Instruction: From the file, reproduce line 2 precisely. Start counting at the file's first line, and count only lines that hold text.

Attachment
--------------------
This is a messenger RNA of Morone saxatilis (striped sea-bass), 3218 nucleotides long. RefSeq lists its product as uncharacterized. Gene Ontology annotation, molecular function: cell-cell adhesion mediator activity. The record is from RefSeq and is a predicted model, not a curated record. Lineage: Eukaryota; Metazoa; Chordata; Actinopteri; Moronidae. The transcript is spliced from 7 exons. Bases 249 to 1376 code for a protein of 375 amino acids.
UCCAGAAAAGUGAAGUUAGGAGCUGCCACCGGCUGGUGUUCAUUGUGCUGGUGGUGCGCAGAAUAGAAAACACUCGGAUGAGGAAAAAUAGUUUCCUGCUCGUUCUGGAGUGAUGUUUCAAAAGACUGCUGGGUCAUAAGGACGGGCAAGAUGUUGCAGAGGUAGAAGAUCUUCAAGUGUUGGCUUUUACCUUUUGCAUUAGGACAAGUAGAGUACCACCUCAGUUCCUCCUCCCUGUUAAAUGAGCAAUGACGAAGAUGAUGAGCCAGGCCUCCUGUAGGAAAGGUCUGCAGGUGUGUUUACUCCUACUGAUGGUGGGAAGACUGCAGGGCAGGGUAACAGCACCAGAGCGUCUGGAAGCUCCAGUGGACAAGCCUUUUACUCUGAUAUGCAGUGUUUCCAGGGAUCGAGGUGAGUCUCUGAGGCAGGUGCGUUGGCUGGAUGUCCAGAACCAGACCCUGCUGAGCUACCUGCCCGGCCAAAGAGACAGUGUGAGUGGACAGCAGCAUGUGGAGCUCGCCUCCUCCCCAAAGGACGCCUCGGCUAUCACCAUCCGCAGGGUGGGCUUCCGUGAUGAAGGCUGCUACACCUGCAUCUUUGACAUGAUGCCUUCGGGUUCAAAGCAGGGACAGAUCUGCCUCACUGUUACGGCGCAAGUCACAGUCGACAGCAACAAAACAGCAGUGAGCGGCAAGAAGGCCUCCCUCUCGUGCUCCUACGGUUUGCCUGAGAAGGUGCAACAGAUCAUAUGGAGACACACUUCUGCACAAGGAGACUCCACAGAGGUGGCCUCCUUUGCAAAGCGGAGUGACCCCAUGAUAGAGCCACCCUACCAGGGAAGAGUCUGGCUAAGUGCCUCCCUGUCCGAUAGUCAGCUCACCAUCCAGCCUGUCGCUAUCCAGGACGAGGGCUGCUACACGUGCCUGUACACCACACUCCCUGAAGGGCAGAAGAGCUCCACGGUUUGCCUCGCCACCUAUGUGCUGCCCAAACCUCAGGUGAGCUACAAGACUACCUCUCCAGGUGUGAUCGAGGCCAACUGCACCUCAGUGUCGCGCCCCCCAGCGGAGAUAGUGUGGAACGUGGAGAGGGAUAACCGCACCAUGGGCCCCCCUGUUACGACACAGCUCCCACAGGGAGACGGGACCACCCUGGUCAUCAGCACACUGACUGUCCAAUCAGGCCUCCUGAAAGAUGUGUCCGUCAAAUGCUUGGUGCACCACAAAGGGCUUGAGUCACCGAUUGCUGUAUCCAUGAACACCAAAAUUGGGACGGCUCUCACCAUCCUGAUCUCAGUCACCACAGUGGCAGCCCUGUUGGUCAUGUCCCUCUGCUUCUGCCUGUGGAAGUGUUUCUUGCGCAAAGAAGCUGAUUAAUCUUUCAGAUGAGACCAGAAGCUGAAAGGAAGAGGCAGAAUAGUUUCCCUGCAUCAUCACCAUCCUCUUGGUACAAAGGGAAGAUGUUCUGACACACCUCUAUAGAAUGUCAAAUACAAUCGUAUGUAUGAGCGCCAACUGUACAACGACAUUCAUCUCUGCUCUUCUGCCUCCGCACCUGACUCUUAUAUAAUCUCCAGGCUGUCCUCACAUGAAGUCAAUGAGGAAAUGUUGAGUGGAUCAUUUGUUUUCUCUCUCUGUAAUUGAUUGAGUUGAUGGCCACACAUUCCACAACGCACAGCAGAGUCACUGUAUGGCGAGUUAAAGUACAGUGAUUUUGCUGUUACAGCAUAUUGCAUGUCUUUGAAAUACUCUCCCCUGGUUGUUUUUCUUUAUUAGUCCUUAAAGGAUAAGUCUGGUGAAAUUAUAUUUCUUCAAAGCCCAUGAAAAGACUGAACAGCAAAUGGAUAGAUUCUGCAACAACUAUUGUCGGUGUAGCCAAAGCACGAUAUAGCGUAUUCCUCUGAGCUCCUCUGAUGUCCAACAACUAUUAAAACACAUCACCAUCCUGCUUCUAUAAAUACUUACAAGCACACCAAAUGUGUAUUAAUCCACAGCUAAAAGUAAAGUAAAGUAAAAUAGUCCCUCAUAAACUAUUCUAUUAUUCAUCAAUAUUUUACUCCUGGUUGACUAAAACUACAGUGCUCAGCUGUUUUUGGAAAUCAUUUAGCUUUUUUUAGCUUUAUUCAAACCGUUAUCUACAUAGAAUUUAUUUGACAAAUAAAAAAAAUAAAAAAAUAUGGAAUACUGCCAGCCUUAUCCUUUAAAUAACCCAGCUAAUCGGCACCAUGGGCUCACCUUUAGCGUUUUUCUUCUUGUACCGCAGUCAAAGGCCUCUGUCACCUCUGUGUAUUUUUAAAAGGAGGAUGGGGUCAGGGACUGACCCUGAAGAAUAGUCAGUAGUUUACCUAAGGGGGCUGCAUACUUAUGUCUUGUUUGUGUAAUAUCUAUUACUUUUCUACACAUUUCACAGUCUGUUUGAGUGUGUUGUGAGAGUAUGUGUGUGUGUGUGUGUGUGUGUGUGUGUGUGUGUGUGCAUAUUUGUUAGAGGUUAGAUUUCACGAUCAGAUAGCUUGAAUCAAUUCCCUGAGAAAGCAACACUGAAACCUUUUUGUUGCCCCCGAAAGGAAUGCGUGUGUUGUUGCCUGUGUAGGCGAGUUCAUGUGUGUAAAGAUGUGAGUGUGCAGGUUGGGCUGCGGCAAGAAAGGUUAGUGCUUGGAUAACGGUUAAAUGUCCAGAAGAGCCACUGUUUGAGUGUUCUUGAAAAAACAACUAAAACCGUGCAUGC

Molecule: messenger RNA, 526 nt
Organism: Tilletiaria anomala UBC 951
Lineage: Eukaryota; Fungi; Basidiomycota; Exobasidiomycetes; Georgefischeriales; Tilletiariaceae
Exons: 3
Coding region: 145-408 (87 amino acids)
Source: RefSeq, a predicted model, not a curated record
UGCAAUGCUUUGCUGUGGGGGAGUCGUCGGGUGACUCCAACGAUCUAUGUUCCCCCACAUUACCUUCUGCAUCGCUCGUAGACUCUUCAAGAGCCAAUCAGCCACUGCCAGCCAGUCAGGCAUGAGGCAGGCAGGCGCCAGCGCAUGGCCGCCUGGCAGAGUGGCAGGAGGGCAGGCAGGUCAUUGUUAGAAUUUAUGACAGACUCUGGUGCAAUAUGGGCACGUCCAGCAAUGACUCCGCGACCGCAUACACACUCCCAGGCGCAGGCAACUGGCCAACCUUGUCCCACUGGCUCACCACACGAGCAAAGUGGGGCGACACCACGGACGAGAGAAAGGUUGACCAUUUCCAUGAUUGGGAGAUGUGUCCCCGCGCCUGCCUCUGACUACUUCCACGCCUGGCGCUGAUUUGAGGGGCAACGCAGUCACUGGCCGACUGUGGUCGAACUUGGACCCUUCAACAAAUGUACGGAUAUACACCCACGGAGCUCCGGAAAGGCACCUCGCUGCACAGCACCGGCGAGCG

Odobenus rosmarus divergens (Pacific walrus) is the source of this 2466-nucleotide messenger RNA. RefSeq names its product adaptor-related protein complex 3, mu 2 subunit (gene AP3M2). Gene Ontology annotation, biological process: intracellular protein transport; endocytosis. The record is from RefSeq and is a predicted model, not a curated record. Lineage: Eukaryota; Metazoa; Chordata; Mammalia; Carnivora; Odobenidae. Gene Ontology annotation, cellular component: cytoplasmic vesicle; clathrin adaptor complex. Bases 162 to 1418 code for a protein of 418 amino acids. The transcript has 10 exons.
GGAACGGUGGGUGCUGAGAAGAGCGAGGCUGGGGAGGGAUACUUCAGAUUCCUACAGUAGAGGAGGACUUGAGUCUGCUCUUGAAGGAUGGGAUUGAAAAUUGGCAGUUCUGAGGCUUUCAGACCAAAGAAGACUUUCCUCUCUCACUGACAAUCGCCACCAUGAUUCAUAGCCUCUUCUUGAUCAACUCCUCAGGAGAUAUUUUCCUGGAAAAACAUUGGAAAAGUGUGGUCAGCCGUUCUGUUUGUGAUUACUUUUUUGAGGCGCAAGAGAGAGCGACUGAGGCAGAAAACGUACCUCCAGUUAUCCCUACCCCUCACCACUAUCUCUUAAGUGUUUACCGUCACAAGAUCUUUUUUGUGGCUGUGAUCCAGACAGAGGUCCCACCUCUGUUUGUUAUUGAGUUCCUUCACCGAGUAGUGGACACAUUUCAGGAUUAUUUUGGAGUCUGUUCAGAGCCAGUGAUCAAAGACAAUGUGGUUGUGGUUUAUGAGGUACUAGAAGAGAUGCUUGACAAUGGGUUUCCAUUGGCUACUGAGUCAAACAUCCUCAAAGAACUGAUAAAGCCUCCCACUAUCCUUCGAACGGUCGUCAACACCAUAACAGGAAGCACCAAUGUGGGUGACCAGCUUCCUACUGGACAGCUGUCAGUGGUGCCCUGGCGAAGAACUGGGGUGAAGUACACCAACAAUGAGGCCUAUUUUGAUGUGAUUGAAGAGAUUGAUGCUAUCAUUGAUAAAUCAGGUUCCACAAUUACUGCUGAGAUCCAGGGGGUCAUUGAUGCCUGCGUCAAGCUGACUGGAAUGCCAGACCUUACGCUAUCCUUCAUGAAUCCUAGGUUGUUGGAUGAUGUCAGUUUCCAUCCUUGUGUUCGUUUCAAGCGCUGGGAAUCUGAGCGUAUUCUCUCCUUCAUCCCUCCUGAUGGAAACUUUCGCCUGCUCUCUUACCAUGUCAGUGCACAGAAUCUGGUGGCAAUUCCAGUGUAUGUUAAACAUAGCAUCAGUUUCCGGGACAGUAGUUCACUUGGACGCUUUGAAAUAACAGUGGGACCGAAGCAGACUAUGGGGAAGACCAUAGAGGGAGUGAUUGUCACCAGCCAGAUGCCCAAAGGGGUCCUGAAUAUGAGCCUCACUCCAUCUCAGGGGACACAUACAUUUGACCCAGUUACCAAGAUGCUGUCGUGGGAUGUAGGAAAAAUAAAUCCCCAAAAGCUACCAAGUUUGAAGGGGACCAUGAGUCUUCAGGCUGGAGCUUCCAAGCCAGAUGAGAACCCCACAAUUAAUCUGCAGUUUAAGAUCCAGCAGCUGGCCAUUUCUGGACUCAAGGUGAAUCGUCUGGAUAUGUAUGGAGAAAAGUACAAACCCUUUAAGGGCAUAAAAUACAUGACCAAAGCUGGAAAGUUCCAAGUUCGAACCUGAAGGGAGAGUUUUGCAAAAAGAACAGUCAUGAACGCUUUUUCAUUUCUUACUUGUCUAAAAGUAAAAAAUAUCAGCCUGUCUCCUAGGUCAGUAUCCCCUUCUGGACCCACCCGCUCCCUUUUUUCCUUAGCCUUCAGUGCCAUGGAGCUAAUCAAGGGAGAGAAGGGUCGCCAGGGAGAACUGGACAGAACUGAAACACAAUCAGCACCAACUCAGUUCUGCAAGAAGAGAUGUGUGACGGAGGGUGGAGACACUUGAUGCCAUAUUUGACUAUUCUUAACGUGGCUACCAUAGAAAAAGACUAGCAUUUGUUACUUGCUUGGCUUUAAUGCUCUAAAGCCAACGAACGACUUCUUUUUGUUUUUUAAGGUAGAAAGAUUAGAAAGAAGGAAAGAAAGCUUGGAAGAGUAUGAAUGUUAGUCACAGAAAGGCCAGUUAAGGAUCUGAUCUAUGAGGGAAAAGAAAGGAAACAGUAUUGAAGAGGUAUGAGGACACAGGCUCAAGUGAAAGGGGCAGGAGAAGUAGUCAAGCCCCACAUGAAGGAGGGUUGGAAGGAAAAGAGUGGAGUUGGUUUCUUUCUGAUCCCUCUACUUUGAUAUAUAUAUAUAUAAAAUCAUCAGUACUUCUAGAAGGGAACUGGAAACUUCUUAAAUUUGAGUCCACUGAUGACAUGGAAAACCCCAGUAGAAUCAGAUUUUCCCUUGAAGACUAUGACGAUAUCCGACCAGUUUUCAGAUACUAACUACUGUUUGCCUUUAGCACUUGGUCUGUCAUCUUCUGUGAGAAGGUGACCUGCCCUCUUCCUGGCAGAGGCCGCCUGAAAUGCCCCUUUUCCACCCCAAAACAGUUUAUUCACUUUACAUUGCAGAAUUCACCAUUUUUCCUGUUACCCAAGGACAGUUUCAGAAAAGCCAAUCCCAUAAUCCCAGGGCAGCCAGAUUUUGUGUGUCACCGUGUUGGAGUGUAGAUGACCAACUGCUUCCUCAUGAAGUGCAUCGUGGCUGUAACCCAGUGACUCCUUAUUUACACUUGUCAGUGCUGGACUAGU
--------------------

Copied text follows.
UCCAGAAAAGUGAAGUUAGGAGCUGCCACCGGCUGGUGUUCAUUGUGCUGGUGGUGCGCAGAAUAGAAAACACUCGGAUGAGGAAAAAUAGUUUCCUGCUCGUUCUGGAGUGAUGUUUCAAAAGACUGCUGGGUCAUAAGGACGGGCAAGAUGUUGCAGAGGUAGAAGAUCUUCAAGUGUUGGCUUUUACCUUUUGCAUUAGGACAAGUAGAGUACCACCUCAGUUCCUCCUCCCUGUUAAAUGAGCAAUGACGAAGAUGAUGAGCCAGGCCUCCUGUAGGAAAGGUCUGCAGGUGUGUUUACUCCUACUGAUGGUGGGAAGACUGCAGGGCAGGGUAACAGCACCAGAGCGUCUGGAAGCUCCAGUGGACAAGCCUUUUACUCUGAUAUGCAGUGUUUCCAGGGAUCGAGGUGAGUCUCUGAGGCAGGUGCGUUGGCUGGAUGUCCAGAACCAGACCCUGCUGAGCUACCUGCCCGGCCAAAGAGACAGUGUGAGUGGACAGCAGCAUGUGGAGCUCGCCUCCUCCCCAAAGGACGCCUCGGCUAUCACCAUCCGCAGGGUGGGCUUCCGUGAUGAAGGCUGCUACACCUGCAUCUUUGACAUGAUGCCUUCGGGUUCAAAGCAGGGACAGAUCUGCCUCACUGUUACGGCGCAAGUCACAGUCGACAGCAACAAAACAGCAGUGAGCGGCAAGAAGGCCUCCCUCUCGUGCUCCUACGGUUUGCCUGAGAAGGUGCAACAGAUCAUAUGGAGACACACUUCUGCACAAGGAGACUCCACAGAGGUGGCCUCCUUUGCAAAGCGGAGUGACCCCAUGAUAGAGCCACCCUACCAGGGAAGAGUCUGGCUAAGUGCCUCCCUGUCCGAUAGUCAGCUCACCAUCCAGCCUGUCGCUAUCCAGGACGAGGGCUGCUACACGUGCCUGUACACCACACUCCCUGAAGGGCAGAAGAGCUCCACGGUUUGCCUCGCCACCUAUGUGCUGCCCAAACCUCAGGUGAGCUACAAGACUACCUCUCCAGGUGUGAUCGAGGCCAACUGCACCUCAGUGUCGCGCCCCCCAGCGGAGAUAGUGUGGAACGUGGAGAGGGAUAACCGCACCAUGGGCCCCCCUGUUACGACACAGCUCCCACAGGGAGACGGGACCACCCUGGUCAUCAGCACACUGACUGUCCAAUCAGGCCUCCUGAAAGAUGUGUCCGUCAAAUGCUUGGUGCACCACAAAGGGCUUGAGUCACCGAUUGCUGUAUCCAUGAACACCAAAAUUGGGACGGCUCUCACCAUCCUGAUCUCAGUCACCACAGUGGCAGCCCUGUUGGUCAUGUCCCUCUGCUUCUGCCUGUGGAAGUGUUUCUUGCGCAAAGAAGCUGAUUAAUCUUUCAGAUGAGACCAGAAGCUGAAAGGAAGAGGCAGAAUAGUUUCCCUGCAUCAUCACCAUCCUCUUGGUACAAAGGGAAGAUGUUCUGACACACCUCUAUAGAAUGUCAAAUACAAUCGUAUGUAUGAGCGCCAACUGUACAACGACAUUCAUCUCUGCUCUUCUGCCUCCGCACCUGACUCUUAUAUAAUCUCCAGGCUGUCCUCACAUGAAGUCAAUGAGGAAAUGUUGAGUGGAUCAUUUGUUUUCUCUCUCUGUAAUUGAUUGAGUUGAUGGCCACACAUUCCACAACGCACAGCAGAGUCACUGUAUGGCGAGUUAAAGUACAGUGAUUUUGCUGUUACAGCAUAUUGCAUGUCUUUGAAAUACUCUCCCCUGGUUGUUUUUCUUUAUUAGUCCUUAAAGGAUAAGUCUGGUGAAAUUAUAUUUCUUCAAAGCCCAUGAAAAGACUGAACAGCAAAUGGAUAGAUUCUGCAACAACUAUUGUCGGUGUAGCCAAAGCACGAUAUAGCGUAUUCCUCUGAGCUCCUCUGAUGUCCAACAACUAUUAAAACACAUCACCAUCCUGCUUCUAUAAAUACUUACAAGCACACCAAAUGUGUAUUAAUCCACAGCUAAAAGUAAAGUAAAGUAAAAUAGUCCCUCAUAAACUAUUCUAUUAUUCAUCAAUAUUUUACUCCUGGUUGACUAAAACUACAGUGCUCAGCUGUUUUUGGAAAUCAUUUAGCUUUUUUUAGCUUUAUUCAAACCGUUAUCUACAUAGAAUUUAUUUGACAAAUAAAAAAAAUAAAAAAAUAUGGAAUACUGCCAGCCUUAUCCUUUAAAUAACCCAGCUAAUCGGCACCAUGGGCUCACCUUUAGCGUUUUUCUUCUUGUACCGCAGUCAAAGGCCUCUGUCACCUCUGUGUAUUUUUAAAAGGAGGAUGGGGUCAGGGACUGACCCUGAAGAAUAGUCAGUAGUUUACCUAAGGGGGCUGCAUACUUAUGUCUUGUUUGUGUAAUAUCUAUUACUUUUCUACACAUUUCACAGUCUGUUUGAGUGUGUUGUGAGAGUAUGUGUGUGUGUGUGUGUGUGUGUGUGUGUGUGUGUGUGCAUAUUUGUUAGAGGUUAGAUUUCACGAUCAGAUAGCUUGAAUCAAUUCCCUGAGAAAGCAACACUGAAACCUUUUUGUUGCCCCCGAAAGGAAUGCGUGUGUUGUUGCCUGUGUAGGCGAGUUCAUGUGUGUAAAGAUGUGAGUGUGCAGGUUGGGCUGCGGCAAGAAAGGUUAGUGCUUGGAUAACGGUUAAAUGUCCAGAAGAGCCACUGUUUGAGUGUUCUUGAAAAAACAACUAAAACCGUGCAUGC